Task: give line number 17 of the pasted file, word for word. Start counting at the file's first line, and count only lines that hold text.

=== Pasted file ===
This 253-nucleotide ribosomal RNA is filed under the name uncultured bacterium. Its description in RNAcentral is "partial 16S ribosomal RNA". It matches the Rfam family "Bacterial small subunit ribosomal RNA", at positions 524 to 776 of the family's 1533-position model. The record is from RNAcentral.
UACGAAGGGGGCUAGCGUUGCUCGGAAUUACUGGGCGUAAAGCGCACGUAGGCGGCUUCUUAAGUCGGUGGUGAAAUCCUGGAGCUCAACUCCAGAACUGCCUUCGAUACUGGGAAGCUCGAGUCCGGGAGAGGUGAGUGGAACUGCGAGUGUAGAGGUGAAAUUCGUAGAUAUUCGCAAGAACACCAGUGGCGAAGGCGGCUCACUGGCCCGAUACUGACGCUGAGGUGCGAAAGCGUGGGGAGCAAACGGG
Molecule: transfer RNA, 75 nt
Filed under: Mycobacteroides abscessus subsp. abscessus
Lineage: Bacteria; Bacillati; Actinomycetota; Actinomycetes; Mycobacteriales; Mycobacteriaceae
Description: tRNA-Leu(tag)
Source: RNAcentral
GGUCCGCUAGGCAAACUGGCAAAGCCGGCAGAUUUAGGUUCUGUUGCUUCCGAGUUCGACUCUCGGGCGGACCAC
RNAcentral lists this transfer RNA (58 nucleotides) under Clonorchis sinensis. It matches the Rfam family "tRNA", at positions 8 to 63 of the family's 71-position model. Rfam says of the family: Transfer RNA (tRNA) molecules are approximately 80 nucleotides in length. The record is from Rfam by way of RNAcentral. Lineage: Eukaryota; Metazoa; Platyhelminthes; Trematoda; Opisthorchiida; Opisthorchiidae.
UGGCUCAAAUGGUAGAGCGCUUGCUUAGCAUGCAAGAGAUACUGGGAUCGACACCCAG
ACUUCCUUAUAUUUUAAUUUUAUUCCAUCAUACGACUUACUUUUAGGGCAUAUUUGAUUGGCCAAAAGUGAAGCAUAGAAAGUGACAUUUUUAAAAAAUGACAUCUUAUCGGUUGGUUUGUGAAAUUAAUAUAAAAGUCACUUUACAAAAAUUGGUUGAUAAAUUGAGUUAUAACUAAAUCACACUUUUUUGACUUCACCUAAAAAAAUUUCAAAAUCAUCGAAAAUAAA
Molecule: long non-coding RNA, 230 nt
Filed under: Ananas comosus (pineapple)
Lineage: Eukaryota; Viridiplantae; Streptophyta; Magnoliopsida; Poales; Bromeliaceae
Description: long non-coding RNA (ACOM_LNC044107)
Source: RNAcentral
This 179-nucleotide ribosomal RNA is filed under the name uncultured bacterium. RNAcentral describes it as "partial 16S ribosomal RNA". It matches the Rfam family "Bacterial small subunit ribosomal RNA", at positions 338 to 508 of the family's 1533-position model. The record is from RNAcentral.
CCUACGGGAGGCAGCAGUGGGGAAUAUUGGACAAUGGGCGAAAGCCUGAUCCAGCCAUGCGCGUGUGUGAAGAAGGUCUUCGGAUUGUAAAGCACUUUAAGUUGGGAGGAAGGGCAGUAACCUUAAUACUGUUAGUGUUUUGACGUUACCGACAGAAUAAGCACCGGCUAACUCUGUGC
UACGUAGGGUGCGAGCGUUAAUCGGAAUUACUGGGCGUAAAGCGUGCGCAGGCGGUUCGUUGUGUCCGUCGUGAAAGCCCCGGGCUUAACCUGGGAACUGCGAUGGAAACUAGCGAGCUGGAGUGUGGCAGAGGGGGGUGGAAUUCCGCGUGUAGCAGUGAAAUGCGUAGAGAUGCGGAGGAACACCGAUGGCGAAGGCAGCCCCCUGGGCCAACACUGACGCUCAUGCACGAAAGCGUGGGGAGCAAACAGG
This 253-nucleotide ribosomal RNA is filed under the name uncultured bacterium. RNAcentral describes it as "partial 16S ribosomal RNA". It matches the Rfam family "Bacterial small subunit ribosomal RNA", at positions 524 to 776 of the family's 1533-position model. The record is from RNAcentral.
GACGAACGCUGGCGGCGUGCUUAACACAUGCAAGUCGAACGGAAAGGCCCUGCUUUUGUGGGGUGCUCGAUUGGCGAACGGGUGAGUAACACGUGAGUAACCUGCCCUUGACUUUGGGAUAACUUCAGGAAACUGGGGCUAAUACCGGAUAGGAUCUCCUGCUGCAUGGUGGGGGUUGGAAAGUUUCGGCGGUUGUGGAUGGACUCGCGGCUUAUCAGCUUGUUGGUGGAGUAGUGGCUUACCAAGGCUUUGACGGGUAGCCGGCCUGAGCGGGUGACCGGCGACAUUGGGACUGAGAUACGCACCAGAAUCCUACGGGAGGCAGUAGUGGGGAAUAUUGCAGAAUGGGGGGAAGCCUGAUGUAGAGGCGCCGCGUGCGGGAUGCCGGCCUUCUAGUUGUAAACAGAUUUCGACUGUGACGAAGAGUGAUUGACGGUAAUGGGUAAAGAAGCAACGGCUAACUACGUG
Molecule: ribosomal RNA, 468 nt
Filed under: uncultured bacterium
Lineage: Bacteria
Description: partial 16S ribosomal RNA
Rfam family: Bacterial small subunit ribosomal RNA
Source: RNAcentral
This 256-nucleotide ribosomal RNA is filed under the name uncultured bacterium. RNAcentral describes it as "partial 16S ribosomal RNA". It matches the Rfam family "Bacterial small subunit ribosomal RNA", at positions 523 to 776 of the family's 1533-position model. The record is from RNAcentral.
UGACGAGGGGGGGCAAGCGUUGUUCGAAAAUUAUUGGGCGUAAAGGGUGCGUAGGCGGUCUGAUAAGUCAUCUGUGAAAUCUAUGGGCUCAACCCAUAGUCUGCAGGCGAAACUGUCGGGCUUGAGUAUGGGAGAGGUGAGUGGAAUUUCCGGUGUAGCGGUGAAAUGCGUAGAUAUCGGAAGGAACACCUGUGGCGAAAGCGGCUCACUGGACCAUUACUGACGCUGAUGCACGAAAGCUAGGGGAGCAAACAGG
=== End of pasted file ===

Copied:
This 179-nucleotide ribosomal RNA is filed under the name uncultured bacterium. RNAcentral describes it as "partial 16S ribosomal RNA". It matches the Rfam family "Bacterial small subunit ribosomal RNA", at positions 338 to 508 of the family's 1533-position model. The record is from RNAcentral.